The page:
Connect with us


This Chef Just Tricked 40 Food Critics By Serving Them McDonald’s





Let’s face it – most of us consider McDonald’s as one of our guilty pleasures.

Everything they offer from Big Macs and Chicken McNuggets, to Filet-O-Fish to McGriddles, and all others in between are really satisfyingly good. Granted they’re not the healthiest food options out there but still, there’s no denying they’re quite tasty to say the least.

Perhaps this is the exact same point that Neal Fraser, a well-respected chef from California, wanted to make.

What Fraser recently did was to invite a room full of food critics – at least 40 of them – and then tricked them by serving them food using some ingredients from our favorite Golden Arches meals.

How exactly did Fraser successfully pull that off?

Unknown to 40 food critics, LA chef Neal Fraser actually served them McDonald’s.

mcdo chef 2

Source: Instagram

First off, he served his guests with five courses composed of chilled avocado soup, buttermilk dressed romaine salad with bacon bits, meatballs and chicken wrapped bacon, and then finished with coffee custard and maple crumble.

Fraser only said he was cooking “experimental” and using “fresh ingredients.”

mcdo chef 3

Fraser didn’t say much about the meals aside from the fact that they were “experimental.” The guests were then asked to use the hashtag #atasteofsocal for social media documentation.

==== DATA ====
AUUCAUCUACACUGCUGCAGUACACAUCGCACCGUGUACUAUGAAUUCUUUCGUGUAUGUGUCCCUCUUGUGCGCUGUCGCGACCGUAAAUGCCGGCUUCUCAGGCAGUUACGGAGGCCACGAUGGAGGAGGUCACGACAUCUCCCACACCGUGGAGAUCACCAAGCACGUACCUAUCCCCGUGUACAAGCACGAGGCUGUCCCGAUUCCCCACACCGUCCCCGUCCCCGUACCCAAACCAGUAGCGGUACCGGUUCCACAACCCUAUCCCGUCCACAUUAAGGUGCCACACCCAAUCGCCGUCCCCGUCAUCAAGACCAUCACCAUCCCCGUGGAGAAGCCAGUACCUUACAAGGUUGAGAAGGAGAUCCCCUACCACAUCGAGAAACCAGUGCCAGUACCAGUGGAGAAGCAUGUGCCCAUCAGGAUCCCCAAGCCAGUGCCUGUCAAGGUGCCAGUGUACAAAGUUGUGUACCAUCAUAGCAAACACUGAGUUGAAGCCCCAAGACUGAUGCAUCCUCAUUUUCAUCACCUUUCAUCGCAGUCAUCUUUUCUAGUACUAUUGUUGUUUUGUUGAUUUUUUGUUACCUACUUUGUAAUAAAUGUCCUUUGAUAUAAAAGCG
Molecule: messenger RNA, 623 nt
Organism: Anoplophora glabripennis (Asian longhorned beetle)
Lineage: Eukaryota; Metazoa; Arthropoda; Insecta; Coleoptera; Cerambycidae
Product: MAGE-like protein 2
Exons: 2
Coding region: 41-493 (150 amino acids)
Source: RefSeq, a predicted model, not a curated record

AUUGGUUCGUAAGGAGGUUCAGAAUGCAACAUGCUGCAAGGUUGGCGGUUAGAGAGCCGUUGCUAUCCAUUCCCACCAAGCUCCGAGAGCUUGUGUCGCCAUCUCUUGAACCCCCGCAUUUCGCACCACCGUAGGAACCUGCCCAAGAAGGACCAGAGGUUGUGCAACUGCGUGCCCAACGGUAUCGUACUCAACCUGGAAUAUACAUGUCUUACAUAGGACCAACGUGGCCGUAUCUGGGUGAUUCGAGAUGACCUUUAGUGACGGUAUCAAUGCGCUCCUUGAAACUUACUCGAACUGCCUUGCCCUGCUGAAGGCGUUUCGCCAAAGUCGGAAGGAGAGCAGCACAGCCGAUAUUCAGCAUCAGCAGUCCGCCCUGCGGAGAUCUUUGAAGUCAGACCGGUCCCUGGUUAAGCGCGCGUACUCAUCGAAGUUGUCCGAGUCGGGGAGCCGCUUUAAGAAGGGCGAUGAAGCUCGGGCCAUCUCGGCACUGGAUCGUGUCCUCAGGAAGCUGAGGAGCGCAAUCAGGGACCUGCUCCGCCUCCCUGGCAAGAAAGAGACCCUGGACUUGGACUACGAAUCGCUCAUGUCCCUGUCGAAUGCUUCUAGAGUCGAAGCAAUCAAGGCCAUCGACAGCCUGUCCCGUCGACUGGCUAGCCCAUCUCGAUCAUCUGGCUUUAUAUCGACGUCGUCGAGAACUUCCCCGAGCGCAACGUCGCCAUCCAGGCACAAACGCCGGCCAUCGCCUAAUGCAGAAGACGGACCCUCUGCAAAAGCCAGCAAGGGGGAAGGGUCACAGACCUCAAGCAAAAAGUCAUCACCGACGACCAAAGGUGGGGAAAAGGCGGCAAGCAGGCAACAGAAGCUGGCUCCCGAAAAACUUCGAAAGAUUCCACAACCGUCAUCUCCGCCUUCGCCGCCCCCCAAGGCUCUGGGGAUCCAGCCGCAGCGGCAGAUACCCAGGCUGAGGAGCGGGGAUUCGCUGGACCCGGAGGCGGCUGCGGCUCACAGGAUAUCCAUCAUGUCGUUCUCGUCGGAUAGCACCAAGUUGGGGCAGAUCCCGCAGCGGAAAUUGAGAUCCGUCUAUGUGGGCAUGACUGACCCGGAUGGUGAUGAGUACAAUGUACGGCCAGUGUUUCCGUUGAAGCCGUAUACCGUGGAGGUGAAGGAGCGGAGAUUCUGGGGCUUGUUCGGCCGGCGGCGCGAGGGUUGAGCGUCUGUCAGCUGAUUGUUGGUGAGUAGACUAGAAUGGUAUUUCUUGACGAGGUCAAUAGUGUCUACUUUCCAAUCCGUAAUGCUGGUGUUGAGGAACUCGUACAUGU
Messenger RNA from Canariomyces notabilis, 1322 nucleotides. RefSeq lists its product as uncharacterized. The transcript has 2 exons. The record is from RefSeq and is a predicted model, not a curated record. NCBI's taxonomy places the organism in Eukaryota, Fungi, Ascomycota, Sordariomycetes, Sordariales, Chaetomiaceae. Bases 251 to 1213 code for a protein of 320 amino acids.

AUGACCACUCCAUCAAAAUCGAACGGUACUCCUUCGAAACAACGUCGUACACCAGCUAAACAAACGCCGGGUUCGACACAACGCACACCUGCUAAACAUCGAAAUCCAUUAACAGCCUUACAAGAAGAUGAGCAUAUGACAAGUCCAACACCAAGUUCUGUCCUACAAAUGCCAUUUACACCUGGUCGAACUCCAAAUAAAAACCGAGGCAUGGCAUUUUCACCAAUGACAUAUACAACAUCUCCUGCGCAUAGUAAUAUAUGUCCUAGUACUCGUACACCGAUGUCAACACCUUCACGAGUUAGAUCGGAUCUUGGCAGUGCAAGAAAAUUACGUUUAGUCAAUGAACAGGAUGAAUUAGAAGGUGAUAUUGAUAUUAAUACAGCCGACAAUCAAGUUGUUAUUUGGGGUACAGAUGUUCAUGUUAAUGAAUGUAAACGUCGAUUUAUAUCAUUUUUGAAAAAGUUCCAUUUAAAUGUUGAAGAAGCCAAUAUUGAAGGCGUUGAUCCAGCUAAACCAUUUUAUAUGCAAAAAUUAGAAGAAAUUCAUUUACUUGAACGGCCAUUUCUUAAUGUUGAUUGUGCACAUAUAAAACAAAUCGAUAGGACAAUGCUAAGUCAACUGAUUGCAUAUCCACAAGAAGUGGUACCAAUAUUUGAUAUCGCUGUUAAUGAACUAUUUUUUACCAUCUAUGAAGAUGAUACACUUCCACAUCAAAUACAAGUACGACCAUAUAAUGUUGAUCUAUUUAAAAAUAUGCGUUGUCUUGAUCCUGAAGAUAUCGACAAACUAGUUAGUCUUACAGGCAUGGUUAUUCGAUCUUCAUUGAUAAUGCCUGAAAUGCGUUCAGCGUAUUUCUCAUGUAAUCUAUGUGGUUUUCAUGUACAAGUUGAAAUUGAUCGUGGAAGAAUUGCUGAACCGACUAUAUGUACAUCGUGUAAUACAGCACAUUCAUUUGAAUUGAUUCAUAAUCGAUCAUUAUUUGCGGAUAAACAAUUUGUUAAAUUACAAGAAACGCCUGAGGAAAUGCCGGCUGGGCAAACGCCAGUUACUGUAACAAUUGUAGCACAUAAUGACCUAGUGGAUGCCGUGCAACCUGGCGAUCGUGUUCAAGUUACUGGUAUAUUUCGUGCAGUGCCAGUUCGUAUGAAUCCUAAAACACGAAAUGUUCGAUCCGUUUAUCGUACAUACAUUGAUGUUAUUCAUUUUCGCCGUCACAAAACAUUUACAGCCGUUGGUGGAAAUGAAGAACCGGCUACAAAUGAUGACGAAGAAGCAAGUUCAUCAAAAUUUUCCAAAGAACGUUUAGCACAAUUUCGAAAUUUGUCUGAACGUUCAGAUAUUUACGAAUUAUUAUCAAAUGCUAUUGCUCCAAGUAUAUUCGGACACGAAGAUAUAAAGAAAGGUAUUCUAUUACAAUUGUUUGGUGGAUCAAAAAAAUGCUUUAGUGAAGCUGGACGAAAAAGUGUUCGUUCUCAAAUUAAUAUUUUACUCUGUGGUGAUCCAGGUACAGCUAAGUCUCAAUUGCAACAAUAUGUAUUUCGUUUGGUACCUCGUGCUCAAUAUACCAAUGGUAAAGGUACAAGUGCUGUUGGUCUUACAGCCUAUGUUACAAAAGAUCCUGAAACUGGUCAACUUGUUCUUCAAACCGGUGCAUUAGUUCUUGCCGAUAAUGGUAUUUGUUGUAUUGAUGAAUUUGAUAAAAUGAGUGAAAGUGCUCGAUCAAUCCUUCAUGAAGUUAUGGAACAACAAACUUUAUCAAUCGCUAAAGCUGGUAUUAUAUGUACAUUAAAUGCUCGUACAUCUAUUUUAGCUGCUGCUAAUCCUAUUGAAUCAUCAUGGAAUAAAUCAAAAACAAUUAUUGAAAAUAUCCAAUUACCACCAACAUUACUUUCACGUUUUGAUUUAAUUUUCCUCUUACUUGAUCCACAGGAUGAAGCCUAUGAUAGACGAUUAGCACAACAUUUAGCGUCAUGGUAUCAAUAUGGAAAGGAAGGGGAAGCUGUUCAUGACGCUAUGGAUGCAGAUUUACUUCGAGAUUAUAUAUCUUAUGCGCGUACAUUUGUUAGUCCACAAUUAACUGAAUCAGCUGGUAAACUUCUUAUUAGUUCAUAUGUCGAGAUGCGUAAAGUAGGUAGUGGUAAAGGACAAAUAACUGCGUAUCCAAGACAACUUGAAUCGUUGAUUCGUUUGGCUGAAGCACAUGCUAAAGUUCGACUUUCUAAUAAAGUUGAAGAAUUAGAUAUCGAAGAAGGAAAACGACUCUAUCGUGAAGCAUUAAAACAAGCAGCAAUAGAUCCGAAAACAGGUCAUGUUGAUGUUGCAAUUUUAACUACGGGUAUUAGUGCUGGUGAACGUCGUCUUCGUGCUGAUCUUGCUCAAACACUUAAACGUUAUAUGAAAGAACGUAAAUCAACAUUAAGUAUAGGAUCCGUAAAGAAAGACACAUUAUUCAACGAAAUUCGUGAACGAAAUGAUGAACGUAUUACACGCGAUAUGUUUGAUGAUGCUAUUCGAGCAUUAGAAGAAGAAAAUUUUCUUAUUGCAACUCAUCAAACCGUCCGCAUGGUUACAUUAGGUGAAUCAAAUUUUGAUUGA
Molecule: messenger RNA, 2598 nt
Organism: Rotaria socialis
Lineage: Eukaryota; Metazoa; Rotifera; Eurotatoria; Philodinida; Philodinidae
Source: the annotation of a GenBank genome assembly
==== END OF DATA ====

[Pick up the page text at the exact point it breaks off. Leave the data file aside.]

Ruth Frechman, a dietitian and nutritionist, tweeted this while having some of Fraser’s food:

Unknown to them, the meat balls are from burger meat while the chicken was from McChicken sandwich, and so forth. He only shared the shocking secret after everyone has already finished eating. He admitted he collaborated with the McDonald’s as the company’s way of changing public perception about fast food. Many were surprised with the reveal although a few said they knew it all along.

Blogger and model Sharon Wu described her experience this way:

Call it a publicity stunt if you will but at the end of the day, this just goes to prove that good food is good food.

H/T: Metro

View Comments